The Cubs do kind of suck, but when I'm out of town and people ask me if I'm a Cubs fan or a Sox fan, I always say that I'm a Cubs fan. It's kind of true.
If you've been to Wrigley Field in the past 10 years, you know that it's a little dilapidated. Heck, it's only been through sheer luck that nobody's had their skull crushed by falling concrete. Still, it has to be the best place in the world to watch a baseball game.
I'm no expert, but I've been to a few different ball parks in my travels and discovered that nothing beats a couple of beers in the left field bleachers of what Ernie Banks named "the friendly confines."
Calling myself a "fan" of any team, though rings an alarm in the back of my mind. Do I really want to be a "fan"?
The first recorded use of the word "fan" was in 1682, although it was an isolated use of the word and the exact reference remains unclear. Baseball enthusiasts were called "fans" as early as 1889, the first group of those referred to as a "fan club" in 1930.
As for the etymology of the word, most linguistic experts agree that "fan" is a shortened form of the word "fanatic." Still want to call yourself a fan?
Most sports fans know how to enjoy a game without getting arrested. If you've thrown a hammer at the TV screen when your team got stopped on the one-yard line with no time left on the clock, you may want to consider counseling.
Some of us-you know who are-have a tendency to go a bit overboard in support of our teams. 42-year old John Grant of Tinley Park was arrested Monday night in Mayville, WI after zapping his wife with a stun gun.
Grant, a Bears fan apparently thought tasing his wife was an appropriate response to the Bears' victory at Green Bay, she being a Packers fan and all. He is facing a $10,000 fine and 6 years in jail.
Here in Chicago we have our own, home-grown rivalry known as the Crosstown Classic. Since 1999, six games each season, 3 played in each team's home stadium pit the Sox against the Cubs. North Siders versus South Siders. What could go wrong?
Whether fueled by a clash of cultures, over-serving at the park or a fanatic defense of their home teams, violent confrontations are not all that unusual. Serious injuries caused by baseball bats and incidents of gunplay are generally downplayed by both police and the press.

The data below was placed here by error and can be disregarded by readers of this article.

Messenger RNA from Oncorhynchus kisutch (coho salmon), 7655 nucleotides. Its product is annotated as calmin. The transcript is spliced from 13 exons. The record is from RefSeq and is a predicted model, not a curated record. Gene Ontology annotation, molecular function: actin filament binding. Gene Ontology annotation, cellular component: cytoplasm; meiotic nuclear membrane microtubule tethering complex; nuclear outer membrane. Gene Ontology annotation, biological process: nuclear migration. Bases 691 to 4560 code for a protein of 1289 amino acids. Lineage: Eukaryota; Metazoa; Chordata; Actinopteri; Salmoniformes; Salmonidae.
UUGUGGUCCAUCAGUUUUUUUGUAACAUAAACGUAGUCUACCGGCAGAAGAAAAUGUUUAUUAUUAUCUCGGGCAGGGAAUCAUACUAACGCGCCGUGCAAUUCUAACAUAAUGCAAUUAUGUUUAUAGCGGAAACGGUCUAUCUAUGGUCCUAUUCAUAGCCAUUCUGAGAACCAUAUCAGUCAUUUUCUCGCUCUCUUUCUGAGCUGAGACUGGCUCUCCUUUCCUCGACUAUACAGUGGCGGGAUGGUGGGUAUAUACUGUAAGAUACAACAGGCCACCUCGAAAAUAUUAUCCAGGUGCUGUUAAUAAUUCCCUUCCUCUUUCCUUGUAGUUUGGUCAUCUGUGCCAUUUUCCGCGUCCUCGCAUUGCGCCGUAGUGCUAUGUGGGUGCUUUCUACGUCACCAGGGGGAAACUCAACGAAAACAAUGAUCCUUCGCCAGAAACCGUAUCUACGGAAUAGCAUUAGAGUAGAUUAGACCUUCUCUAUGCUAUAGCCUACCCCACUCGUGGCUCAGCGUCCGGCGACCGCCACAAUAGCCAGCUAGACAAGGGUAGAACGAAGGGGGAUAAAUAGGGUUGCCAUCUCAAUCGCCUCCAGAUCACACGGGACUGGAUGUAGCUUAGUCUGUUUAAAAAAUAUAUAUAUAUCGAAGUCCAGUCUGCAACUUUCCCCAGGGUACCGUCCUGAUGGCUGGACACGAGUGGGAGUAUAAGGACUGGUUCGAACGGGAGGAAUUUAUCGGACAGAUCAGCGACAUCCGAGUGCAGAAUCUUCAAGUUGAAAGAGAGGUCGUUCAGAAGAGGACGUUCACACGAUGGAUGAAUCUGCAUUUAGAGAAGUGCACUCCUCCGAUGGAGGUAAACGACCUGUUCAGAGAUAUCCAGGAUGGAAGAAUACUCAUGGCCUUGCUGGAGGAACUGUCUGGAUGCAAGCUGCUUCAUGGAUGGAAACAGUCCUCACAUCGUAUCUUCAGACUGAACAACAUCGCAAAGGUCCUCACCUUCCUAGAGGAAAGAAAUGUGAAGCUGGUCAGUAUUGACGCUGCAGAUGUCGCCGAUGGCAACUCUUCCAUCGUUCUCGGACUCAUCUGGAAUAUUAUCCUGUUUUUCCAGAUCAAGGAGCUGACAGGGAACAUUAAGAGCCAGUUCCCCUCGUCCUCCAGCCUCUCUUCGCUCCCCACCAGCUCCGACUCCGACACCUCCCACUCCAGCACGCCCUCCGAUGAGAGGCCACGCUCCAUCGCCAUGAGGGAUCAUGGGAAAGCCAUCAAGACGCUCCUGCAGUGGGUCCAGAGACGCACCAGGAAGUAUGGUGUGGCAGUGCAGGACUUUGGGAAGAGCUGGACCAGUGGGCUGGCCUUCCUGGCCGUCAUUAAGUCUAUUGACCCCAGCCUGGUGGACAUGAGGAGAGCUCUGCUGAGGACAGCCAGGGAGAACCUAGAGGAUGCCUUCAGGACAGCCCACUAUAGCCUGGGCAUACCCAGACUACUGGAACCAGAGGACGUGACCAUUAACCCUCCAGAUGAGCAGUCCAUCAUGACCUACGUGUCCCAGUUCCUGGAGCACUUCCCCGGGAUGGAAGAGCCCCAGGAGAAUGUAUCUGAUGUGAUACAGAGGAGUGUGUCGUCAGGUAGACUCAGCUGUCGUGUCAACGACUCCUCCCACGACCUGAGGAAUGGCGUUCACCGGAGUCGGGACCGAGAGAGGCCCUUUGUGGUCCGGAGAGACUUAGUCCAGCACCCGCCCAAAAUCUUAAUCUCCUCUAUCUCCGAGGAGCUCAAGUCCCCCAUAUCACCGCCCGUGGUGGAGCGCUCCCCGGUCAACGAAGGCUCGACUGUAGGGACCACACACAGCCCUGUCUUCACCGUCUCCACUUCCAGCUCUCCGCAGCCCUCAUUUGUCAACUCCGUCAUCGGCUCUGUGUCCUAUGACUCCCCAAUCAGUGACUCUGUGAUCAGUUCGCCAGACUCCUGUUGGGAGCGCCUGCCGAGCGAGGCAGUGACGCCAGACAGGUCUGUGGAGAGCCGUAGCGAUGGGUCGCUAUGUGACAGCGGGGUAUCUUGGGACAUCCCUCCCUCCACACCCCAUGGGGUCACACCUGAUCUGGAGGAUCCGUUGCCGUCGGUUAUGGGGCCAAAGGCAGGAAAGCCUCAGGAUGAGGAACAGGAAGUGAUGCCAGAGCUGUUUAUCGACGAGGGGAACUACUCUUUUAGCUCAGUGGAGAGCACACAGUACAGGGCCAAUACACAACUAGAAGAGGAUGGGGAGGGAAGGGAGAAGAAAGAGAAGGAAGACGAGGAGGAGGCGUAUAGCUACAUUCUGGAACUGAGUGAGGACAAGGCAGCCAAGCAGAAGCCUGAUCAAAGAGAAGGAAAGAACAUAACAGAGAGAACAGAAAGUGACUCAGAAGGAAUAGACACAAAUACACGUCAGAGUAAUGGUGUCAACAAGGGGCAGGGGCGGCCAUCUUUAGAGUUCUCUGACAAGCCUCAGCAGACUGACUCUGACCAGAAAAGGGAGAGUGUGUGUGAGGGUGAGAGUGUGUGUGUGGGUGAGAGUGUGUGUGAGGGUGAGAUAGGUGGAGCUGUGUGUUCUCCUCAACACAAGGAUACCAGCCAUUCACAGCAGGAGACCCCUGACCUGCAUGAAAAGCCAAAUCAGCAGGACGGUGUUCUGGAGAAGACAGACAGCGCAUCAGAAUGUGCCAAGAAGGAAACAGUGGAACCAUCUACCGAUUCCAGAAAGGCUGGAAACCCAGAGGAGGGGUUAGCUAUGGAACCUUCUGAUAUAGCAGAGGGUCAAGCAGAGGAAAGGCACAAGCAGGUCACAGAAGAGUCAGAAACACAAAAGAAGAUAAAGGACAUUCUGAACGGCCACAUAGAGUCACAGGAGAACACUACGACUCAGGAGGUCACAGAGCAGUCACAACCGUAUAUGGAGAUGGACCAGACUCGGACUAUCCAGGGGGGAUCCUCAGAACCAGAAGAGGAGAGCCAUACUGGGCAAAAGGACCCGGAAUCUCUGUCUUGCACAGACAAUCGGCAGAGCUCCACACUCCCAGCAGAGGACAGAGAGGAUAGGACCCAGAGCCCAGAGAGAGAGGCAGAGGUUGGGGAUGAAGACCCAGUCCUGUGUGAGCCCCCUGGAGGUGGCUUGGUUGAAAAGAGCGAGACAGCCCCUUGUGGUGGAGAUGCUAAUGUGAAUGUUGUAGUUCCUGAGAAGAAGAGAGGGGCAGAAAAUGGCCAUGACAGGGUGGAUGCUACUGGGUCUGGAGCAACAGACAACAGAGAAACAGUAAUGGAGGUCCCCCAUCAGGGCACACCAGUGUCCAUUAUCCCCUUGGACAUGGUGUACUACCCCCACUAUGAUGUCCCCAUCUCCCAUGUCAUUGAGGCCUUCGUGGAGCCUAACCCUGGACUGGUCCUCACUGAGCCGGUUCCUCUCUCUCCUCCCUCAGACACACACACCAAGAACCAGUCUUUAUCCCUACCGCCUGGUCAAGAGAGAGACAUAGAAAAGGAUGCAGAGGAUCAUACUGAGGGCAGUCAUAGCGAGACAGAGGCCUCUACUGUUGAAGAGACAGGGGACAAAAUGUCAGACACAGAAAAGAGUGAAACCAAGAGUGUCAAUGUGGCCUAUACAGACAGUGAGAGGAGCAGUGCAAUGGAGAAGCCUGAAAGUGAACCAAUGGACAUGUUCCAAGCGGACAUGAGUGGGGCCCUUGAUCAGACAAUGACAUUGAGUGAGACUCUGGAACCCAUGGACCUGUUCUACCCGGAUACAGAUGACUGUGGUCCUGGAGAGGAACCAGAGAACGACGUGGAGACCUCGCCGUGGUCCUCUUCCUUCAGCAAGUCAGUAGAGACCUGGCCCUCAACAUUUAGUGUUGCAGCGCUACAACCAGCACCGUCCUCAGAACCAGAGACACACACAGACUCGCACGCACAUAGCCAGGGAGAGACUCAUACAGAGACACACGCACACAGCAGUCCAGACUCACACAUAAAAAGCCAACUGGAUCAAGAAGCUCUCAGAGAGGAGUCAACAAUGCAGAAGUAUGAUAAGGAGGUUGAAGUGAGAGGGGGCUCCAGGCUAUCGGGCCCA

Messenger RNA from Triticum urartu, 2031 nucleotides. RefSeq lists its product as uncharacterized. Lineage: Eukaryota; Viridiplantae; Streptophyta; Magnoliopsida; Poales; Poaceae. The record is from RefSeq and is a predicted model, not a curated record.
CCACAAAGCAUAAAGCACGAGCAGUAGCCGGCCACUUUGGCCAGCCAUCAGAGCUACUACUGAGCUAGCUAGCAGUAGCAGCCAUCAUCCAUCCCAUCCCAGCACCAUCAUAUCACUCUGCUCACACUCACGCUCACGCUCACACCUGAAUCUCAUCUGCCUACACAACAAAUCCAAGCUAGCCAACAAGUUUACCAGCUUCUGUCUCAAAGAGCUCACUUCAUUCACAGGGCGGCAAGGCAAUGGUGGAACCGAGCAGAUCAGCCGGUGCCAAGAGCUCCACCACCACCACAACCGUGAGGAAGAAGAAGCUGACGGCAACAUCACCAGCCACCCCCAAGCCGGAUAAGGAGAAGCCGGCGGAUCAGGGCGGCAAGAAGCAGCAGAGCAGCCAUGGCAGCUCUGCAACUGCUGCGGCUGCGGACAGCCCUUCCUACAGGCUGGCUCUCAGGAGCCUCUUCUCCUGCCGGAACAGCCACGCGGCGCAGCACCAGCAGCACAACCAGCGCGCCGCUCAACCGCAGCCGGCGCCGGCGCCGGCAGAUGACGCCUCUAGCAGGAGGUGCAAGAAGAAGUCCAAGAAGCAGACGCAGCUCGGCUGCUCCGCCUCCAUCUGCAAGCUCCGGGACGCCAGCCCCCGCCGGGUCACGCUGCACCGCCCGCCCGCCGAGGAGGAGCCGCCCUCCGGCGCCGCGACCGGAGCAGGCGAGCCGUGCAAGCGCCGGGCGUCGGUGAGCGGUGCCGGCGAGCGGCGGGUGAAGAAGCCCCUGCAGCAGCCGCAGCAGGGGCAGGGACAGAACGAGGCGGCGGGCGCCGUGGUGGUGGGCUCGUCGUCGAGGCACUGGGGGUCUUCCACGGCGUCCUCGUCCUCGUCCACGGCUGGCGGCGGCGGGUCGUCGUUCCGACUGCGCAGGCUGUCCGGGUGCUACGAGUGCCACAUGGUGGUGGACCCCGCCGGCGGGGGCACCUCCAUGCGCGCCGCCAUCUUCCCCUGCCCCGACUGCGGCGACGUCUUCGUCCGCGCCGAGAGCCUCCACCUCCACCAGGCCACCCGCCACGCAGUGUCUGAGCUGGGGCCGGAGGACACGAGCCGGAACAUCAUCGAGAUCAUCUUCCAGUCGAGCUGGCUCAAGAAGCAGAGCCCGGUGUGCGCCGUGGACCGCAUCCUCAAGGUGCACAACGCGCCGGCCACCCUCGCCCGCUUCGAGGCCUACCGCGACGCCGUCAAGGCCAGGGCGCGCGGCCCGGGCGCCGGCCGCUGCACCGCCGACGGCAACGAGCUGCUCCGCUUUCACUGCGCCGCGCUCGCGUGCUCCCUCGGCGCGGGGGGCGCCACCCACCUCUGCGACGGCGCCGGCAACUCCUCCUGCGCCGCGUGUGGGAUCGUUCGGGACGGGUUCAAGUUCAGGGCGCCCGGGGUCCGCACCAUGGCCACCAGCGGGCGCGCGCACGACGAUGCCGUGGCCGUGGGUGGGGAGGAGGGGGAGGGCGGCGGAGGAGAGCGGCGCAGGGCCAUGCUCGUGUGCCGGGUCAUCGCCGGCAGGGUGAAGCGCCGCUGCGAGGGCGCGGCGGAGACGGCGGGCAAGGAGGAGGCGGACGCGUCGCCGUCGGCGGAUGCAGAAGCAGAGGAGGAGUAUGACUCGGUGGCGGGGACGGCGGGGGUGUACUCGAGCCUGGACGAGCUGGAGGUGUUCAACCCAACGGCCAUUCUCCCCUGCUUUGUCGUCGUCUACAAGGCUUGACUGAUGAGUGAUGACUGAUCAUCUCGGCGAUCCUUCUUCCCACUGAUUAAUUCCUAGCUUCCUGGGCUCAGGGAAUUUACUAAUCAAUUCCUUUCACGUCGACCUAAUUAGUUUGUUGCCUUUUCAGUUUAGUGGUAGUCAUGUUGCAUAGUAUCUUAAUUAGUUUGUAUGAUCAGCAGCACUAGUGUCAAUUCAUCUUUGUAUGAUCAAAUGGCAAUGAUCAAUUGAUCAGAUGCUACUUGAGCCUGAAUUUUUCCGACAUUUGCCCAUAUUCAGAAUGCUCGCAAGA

In Arizona last year a man was shot in the face during a pre-season game between the Arizona Cardinals and the Oakland Raiders. The year before that two men were shot in San Francisco following a pre-season game between the Raiders and the 49er's.
What is it about Raiders fans and the pre-season?
At the heart of it all, there seems to be an undercurrent of xenophobia. We love our team, our city, our country, but deep down the force that seems to drive "fans" is a hatred of outsiders. We think of gang warfare as being an inner city phenomenon, but are these rabid sports fans any different? Or are they more like the armed tribes of Afghanistan or Somalia?
The Bostonian who would beat you senseless with a baseball bat for insulting his beloved Red Sox probably doesn't get the irony that he would be doing the same to someone insulting the Brewers if he were born in Milwaukee.
Similarly, we may have slipped into a false definition of patriotism. The new metric of how much we love our country seems to be how much we hate everyone else.
The same, I suppose could be said for being white. Much of the culture of the South after the Civil War defined a white man by his antipathy for blacks. I've always wondered why the KKK ran around in white hoods, concealing their identities when they were, in fact proud of their racist activities.
I like the Cubs. I like the Bulls, the Hawks and the Bears. Not a fan of the Sox, though. Nonetheless, if I see you in my neighborhood wearing a White Sox jersey-or even a dreaded Green Bay Packers jersey, I will not shoot you. I will not even club you over the head.
Strictly speaking, I'm probably not a very good fan. According to the new litmus test of patriotism, I may not even be a good American.
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